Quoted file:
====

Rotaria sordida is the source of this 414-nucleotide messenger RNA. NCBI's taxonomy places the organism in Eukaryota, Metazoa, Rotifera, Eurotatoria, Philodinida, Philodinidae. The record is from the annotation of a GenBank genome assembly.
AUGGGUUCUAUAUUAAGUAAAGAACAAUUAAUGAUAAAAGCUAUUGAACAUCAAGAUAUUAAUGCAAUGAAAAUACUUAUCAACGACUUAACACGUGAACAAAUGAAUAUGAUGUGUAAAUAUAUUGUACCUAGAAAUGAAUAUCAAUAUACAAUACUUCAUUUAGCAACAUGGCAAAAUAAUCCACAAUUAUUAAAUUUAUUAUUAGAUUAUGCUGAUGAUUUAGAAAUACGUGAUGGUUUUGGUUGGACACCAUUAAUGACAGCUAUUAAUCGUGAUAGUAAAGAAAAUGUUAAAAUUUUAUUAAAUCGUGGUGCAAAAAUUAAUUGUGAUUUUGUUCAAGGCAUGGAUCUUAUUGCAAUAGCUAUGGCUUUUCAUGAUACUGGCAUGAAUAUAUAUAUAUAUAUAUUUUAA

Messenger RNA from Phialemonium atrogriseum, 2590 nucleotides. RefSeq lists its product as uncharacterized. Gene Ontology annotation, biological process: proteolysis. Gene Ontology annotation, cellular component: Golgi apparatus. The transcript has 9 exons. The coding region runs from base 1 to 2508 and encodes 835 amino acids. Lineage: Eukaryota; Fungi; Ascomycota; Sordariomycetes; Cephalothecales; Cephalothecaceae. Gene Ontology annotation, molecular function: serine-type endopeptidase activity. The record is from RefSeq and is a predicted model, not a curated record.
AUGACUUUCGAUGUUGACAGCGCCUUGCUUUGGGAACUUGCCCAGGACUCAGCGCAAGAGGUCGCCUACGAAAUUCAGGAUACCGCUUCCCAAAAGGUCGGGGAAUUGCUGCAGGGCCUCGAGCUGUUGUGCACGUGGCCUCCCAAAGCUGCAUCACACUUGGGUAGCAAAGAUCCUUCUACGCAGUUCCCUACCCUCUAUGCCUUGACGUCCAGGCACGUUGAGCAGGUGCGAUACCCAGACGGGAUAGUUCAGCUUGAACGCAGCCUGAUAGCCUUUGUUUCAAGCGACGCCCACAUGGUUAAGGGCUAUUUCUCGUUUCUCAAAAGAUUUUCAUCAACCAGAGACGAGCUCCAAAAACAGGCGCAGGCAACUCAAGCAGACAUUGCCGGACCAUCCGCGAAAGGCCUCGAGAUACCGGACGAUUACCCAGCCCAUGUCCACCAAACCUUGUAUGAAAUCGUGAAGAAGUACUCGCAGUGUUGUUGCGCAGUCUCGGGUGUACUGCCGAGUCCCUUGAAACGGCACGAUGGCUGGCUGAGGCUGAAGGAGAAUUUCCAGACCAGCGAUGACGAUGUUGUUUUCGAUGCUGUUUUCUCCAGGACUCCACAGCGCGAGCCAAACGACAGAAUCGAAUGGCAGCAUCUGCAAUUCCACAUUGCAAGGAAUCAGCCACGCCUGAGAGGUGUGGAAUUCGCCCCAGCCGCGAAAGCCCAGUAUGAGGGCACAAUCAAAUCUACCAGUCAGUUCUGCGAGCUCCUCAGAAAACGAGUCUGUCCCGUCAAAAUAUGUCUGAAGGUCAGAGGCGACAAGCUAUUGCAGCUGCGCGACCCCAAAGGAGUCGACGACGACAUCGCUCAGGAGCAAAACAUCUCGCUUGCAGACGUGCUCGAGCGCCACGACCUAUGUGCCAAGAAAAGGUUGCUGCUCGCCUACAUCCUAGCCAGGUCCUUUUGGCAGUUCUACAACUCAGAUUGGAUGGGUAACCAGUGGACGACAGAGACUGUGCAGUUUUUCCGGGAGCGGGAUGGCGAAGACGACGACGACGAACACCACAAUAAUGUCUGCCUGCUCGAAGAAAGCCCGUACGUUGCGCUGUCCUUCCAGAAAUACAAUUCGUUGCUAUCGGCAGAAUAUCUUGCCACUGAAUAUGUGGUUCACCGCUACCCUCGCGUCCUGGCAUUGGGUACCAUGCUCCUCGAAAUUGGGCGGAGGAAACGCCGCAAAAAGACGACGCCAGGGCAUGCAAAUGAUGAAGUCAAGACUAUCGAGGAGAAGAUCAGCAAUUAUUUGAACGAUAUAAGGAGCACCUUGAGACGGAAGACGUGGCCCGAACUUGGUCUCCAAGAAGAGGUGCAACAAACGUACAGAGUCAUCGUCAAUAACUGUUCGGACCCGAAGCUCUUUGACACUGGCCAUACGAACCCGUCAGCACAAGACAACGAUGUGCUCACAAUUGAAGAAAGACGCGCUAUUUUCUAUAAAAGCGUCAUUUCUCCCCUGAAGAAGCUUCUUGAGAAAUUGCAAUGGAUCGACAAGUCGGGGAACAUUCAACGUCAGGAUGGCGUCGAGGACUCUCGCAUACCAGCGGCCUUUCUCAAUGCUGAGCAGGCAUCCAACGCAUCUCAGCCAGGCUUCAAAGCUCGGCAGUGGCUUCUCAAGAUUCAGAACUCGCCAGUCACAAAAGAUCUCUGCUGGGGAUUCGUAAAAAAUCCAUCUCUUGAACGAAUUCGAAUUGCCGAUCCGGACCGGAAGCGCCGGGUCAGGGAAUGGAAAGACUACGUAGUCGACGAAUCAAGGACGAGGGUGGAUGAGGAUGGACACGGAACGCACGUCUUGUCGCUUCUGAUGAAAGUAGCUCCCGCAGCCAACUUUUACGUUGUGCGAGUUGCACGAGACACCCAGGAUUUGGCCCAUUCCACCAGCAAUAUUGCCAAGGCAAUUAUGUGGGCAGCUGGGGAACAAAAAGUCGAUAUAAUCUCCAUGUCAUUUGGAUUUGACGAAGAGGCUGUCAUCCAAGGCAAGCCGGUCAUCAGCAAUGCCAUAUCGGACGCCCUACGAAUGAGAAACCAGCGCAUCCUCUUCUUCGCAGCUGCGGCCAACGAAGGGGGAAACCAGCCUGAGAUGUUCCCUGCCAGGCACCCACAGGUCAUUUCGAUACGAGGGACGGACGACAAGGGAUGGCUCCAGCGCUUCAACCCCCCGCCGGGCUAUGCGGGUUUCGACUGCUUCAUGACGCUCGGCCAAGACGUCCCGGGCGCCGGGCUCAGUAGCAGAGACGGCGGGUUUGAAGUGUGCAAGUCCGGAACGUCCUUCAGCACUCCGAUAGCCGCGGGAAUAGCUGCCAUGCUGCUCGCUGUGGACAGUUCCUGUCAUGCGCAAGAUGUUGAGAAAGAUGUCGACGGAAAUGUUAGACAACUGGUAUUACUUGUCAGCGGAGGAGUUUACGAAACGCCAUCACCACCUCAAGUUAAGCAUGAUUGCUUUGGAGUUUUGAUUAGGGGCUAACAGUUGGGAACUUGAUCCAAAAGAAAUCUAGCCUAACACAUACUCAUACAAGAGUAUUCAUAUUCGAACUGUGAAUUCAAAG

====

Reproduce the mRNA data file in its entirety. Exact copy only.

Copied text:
Rotaria sordida is the source of this 414-nucleotide messenger RNA. NCBI's taxonomy places the organism in Eukaryota, Metazoa, Rotifera, Eurotatoria, Philodinida, Philodinidae. The record is from the annotation of a GenBank genome assembly.
AUGGGUUCUAUAUUAAGUAAAGAACAAUUAAUGAUAAAAGCUAUUGAACAUCAAGAUAUUAAUGCAAUGAAAAUACUUAUCAACGACUUAACACGUGAACAAAUGAAUAUGAUGUGUAAAUAUAUUGUACCUAGAAAUGAAUAUCAAUAUACAAUACUUCAUUUAGCAACAUGGCAAAAUAAUCCACAAUUAUUAAAUUUAUUAUUAGAUUAUGCUGAUGAUUUAGAAAUACGUGAUGGUUUUGGUUGGACACCAUUAAUGACAGCUAUUAAUCGUGAUAGUAAAGAAAAUGUUAAAAUUUUAUUAAAUCGUGGUGCAAAAAUUAAUUGUGAUUUUGUUCAAGGCAUGGAUCUUAUUGCAAUAGCUAUGGCUUUUCAUGAUACUGGCAUGAAUAUAUAUAUAUAUAUAUUUUAA

Messenger RNA from Phialemonium atrogriseum, 2590 nucleotides. RefSeq lists its product as uncharacterized. Gene Ontology annotation, biological process: proteolysis. Gene Ontology annotation, cellular component: Golgi apparatus. The transcript has 9 exons. The coding region runs from base 1 to 2508 and encodes 835 amino acids. Lineage: Eukaryota; Fungi; Ascomycota; Sordariomycetes; Cephalothecales; Cephalothecaceae. Gene Ontology annotation, molecular function: serine-type endopeptidase activity. The record is from RefSeq and is a predicted model, not a curated record.
AUGACUUUCGAUGUUGACAGCGCCUUGCUUUGGGAACUUGCCCAGGACUCAGCGCAAGAGGUCGCCUACGAAAUUCAGGAUACCGCUUCCCAAAAGGUCGGGGAAUUGCUGCAGGGCCUCGAGCUGUUGUGCACGUGGCCUCCCAAAGCUGCAUCACACUUGGGUAGCAAAGAUCCUUCUACGCAGUUCCCUACCCUCUAUGCCUUGACGUCCAGGCACGUUGAGCAGGUGCGAUACCCAGACGGGAUAGUUCAGCUUGAACGCAGCCUGAUAGCCUUUGUUUCAAGCGACGCCCACAUGGUUAAGGGCUAUUUCUCGUUUCUCAAAAGAUUUUCAUCAACCAGAGACGAGCUCCAAAAACAGGCGCAGGCAACUCAAGCAGACAUUGCCGGACCAUCCGCGAAAGGCCUCGAGAUACCGGACGAUUACCCAGCCCAUGUCCACCAAACCUUGUAUGAAAUCGUGAAGAAGUACUCGCAGUGUUGUUGCGCAGUCUCGGGUGUACUGCCGAGUCCCUUGAAACGGCACGAUGGCUGGCUGAGGCUGAAGGAGAAUUUCCAGACCAGCGAUGACGAUGUUGUUUUCGAUGCUGUUUUCUCCAGGACUCCACAGCGCGAGCCAAACGACAGAAUCGAAUGGCAGCAUCUGCAAUUCCACAUUGCAAGGAAUCAGCCACGCCUGAGAGGUGUGGAAUUCGCCCCAGCCGCGAAAGCCCAGUAUGAGGGCACAAUCAAAUCUACCAGUCAGUUCUGCGAGCUCCUCAGAAAACGAGUCUGUCCCGUCAAAAUAUGUCUGAAGGUCAGAGGCGACAAGCUAUUGCAGCUGCGCGACCCCAAAGGAGUCGACGACGACAUCGCUCAGGAGCAAAACAUCUCGCUUGCAGACGUGCUCGAGCGCCACGACCUAUGUGCCAAGAAAAGGUUGCUGCUCGCCUACAUCCUAGCCAGGUCCUUUUGGCAGUUCUACAACUCAGAUUGGAUGGGUAACCAGUGGACGACAGAGACUGUGCAGUUUUUCCGGGAGCGGGAUGGCGAAGACGACGACGACGAACACCACAAUAAUGUCUGCCUGCUCGAAGAAAGCCCGUACGUUGCGCUGUCCUUCCAGAAAUACAAUUCGUUGCUAUCGGCAGAAUAUCUUGCCACUGAAUAUGUGGUUCACCGCUACCCUCGCGUCCUGGCAUUGGGUACCAUGCUCCUCGAAAUUGGGCGGAGGAAACGCCGCAAAAAGACGACGCCAGGGCAUGCAAAUGAUGAAGUCAAGACUAUCGAGGAGAAGAUCAGCAAUUAUUUGAACGAUAUAAGGAGCACCUUGAGACGGAAGACGUGGCCCGAACUUGGUCUCCAAGAAGAGGUGCAACAAACGUACAGAGUCAUCGUCAAUAACUGUUCGGACCCGAAGCUCUUUGACACUGGCCAUACGAACCCGUCAGCACAAGACAACGAUGUGCUCACAAUUGAAGAAAGACGCGCUAUUUUCUAUAAAAGCGUCAUUUCUCCCCUGAAGAAGCUUCUUGAGAAAUUGCAAUGGAUCGACAAGUCGGGGAACAUUCAACGUCAGGAUGGCGUCGAGGACUCUCGCAUACCAGCGGCCUUUCUCAAUGCUGAGCAGGCAUCCAACGCAUCUCAGCCAGGCUUCAAAGCUCGGCAGUGGCUUCUCAAGAUUCAGAACUCGCCAGUCACAAAAGAUCUCUGCUGGGGAUUCGUAAAAAAUCCAUCUCUUGAACGAAUUCGAAUUGCCGAUCCGGACCGGAAGCGCCGGGUCAGGGAAUGGAAAGACUACGUAGUCGACGAAUCAAGGACGAGGGUGGAUGAGGAUGGACACGGAACGCACGUCUUGUCGCUUCUGAUGAAAGUAGCUCCCGCAGCCAACUUUUACGUUGUGCGAGUUGCACGAGACACCCAGGAUUUGGCCCAUUCCACCAGCAAUAUUGCCAAGGCAAUUAUGUGGGCAGCUGGGGAACAAAAAGUCGAUAUAAUCUCCAUGUCAUUUGGAUUUGACGAAGAGGCUGUCAUCCAAGGCAAGCCGGUCAUCAGCAAUGCCAUAUCGGACGCCCUACGAAUGAGAAACCAGCGCAUCCUCUUCUUCGCAGCUGCGGCCAACGAAGGGGGAAACCAGCCUGAGAUGUUCCCUGCCAGGCACCCACAGGUCAUUUCGAUACGAGGGACGGACGACAAGGGAUGGCUCCAGCGCUUCAACCCCCCGCCGGGCUAUGCGGGUUUCGACUGCUUCAUGACGCUCGGCCAAGACGUCCCGGGCGCCGGGCUCAGUAGCAGAGACGGCGGGUUUGAAGUGUGCAAGUCCGGAACGUCCUUCAGCACUCCGAUAGCCGCGGGAAUAGCUGCCAUGCUGCUCGCUGUGGACAGUUCCUGUCAUGCGCAAGAUGUUGAGAAAGAUGUCGACGGAAAUGUUAGACAACUGGUAUUACUUGUCAGCGGAGGAGUUUACGAAACGCCAUCACCACCUCAAGUUAAGCAUGAUUGCUUUGGAGUUUUGAUUAGGGGCUAACAGUUGGGAACUUGAUCCAAAAGAAAUCUAGCCUAACACAUACUCAUACAAGAGUAUUCAUAUUCGAACUGUGAAUUCAAAG